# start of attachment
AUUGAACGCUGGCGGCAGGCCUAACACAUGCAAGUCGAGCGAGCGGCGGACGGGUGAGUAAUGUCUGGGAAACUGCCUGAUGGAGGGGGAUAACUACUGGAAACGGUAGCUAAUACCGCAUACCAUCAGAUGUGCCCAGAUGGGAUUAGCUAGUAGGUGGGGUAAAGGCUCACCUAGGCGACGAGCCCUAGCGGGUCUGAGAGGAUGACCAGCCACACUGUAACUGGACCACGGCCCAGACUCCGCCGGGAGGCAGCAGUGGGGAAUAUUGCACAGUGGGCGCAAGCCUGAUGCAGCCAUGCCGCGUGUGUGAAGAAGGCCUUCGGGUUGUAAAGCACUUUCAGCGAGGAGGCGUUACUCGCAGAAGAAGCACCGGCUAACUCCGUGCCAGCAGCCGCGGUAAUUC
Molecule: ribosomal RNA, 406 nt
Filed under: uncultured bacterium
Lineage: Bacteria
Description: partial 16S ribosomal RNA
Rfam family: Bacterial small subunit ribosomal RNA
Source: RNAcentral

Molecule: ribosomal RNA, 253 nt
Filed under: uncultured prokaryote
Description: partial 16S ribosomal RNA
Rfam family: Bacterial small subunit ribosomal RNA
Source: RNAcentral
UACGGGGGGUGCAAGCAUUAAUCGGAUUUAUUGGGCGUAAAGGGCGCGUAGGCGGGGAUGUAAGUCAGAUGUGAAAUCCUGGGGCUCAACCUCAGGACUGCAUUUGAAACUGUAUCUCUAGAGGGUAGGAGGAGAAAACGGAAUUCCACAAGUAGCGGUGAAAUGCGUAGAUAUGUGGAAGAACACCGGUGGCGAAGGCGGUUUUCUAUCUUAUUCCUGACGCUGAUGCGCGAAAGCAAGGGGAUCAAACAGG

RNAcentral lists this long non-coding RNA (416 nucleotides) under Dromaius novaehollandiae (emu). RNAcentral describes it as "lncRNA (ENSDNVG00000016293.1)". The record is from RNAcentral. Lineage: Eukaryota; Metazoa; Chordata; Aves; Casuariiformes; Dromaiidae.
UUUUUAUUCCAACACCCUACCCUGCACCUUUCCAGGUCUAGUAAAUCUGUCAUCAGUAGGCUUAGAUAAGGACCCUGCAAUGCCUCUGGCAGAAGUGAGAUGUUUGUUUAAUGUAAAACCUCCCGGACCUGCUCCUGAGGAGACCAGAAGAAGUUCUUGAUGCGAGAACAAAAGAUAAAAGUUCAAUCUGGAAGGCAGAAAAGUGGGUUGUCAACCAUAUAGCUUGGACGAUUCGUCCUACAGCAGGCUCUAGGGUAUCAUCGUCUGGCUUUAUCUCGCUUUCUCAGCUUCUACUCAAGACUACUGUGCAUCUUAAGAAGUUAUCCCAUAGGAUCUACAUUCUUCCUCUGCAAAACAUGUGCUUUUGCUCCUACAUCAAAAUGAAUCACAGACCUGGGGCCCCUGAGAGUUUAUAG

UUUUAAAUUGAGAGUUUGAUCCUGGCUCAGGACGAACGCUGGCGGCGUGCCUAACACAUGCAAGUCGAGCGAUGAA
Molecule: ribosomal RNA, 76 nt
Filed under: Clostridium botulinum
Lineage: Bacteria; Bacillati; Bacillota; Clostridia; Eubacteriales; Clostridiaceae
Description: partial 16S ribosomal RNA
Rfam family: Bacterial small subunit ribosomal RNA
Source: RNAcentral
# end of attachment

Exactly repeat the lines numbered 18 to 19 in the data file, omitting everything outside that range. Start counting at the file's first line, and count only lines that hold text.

Filed under: Clostridium botulinum
Lineage: Bacteria; Bacillati; Bacillota; Clostridia; Eubacteriales; Clostridiaceae